On 25th October 2022, the 7th ever Human Brain Project (HBP) Young Researcher’s Event took place in Zadar, Croatia. HBP and EBRAINS together with the University of Zagreb, School of Medicine and HIBALL invited the entire scientific community, in particular early career researchers, to join the event on-site and online. During this one-day free hybrid event, participants learned more about topics like big data analytics, human brain atlasing, and computational neuroscience in interactive plenaries and hands-on workshops.
The event took place in conjunction with the 6th BigBrain Workshop - From microstructure to functional connectomics.
Our co-organiser HIBALL: The Helmholtz International BigBrain Analytics and Learning Laboratory is an HBP Partnering Project that aims to transform the well-known BigBrain model to its next level by reinforcing utilization and co-development of the latest AI and high-performance computing (HPC) technologies for building highly detailed 3D brain models. HIBALL is a German-Canadian collaboration of Forschungszentrum Jülich and McGill University, that works closely with MILA in Canada and Helmholtz AI in Germany. It is jointly funded by the Helmholtz Association of German Research Centres and the Canadian Healthy Brains and Healthy Lives Program.
The participants were welcomed by Miloš Judaš (School of Medicine University of Zagreb) and HBP scientific director Katrin Amunts (Forschungszentrum Jülich).
137 attendees from 33 countries participated in a versatile scientific programme, more than 50 people joined on-site (including speakers) and around 80 participants watched the sessions online. Most participants came from Germany, Italy, Canada, and India. 23% out of on-site participants, were attendees from HIBALL Canada (McGill), 31% from Forschungszentrum Jülich, and 21% from Croatia and surrounding countries.
Plenary sessions introduced participants to diverse topics
During two plenary sessions experts from the HBP, HIBALL, and University of Zagreb followed the subtitle of the event: new digital tools to study the brain.
Topics included an introduction to the HBP and EBRAINS, insights in the EBRAINS Data and Atlas services, BigBrain data processing, postnatal development of the human brain, cortical folding as well as an overview of HIBALL activities and related international initiatives presented by Alan Evans (Director, McGill Centre for Integrative Neuroscience (MCIN) and Scientific Director, Healthy Brains, Healthy Lives at McGill University). Those presentations were complemented by flash talks of early-career researchers from the HBP and the University of Zagreb.
In the afternoon, parallel hands-on sessions invited participants to explore the EBRAINS Atlas services, CBRAIN, and DataLad as tools to process and manage BigBrain-related data and the Enigma Toolbox, an open-source Python/Matlab ecosystem for accessing 100+ ENIGMA datasets, visualising data on brain surfaces, and contextualising neuroimaging findings at the microscale and macroscale. Each participant was able to attend two out of those three hands-on sessions.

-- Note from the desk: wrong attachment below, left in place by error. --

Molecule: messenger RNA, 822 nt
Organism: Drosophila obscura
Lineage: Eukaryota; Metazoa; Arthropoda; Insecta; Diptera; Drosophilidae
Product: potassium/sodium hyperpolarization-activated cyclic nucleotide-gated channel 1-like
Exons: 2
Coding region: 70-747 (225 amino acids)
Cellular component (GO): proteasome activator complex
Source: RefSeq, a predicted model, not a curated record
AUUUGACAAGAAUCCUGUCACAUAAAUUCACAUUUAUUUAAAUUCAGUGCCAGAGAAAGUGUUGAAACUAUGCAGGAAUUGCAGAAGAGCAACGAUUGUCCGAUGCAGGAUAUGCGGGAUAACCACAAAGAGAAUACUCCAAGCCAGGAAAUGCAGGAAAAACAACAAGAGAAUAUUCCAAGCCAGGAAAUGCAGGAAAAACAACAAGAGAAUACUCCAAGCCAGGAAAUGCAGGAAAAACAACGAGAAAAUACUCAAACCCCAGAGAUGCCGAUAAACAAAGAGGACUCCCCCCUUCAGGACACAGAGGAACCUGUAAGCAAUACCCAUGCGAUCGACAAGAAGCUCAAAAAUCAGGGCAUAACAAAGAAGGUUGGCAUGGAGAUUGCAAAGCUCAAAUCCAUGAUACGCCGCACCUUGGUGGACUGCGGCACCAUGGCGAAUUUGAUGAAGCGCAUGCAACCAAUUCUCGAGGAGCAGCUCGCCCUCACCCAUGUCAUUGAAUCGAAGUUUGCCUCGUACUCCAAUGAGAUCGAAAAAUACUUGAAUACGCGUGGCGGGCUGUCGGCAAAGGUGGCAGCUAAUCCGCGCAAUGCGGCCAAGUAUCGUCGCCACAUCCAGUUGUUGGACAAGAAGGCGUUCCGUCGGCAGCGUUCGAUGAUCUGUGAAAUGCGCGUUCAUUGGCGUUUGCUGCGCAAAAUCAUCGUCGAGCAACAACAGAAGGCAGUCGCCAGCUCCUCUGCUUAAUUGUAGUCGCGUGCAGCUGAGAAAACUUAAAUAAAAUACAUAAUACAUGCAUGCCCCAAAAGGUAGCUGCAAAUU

Collection of feedback by the participants
To conclude the day, Jan Bjaalie was moderating an interactive feedback session, which led to the following interesting results:
83% that joined the Slido poll of this session stated that they are satisfied with the event. When asking for “What kind of support are you missing in the context of your research work?” the most mentioned keyword was “training”, then “funding”, “data”, “equipment”, and “community contributions”. The most helpful EBRAINS services were rated with 65% Atlases, 61% Data & Knowledge, and 30% Medical Data Analytics.
General concept of the Young Researchers Event format
Young Researchers Events have been planned annually since 2016 to provide a setting where the EBRAINS Research Infrastructure, the Project’s tools and results are presented to early career scientists as well as to a wider scientific community. Young Researchers Events aim at introducing EBRAINS offers to relevant academic communities, the event is hosted in collaboration with local partners from relevant target countries. As part of the collaboration, local partners are invited to cover some of the programme slots to present their research. To establish a “bridge” around Europe, institutions from all parts of Europe were targeted, a special focus was given to institutions that are relevant to the HBP and EBRAINS but haven’t been exposed to our offers yet. Young Researchers Events have been conducted in Hungary, Switzerland, Bulgaria, Serbia, Denmark, and now Croatia. One event during the pandemic also took place virtually in collaboration with the Lithuanian University of Health Sciences.
This time the focus was on collaborating with HIBALL, McGill University, Forschungszentrum Jülich, and the University of Zagreb. Further liaisons on educational activities with HIBALL are planned.
On behalf of the HBP Education Programme and the Programme Committee we want to thank all speakers, hands-on session tutors, chairs, and participants – without them this successful event would not have been possible.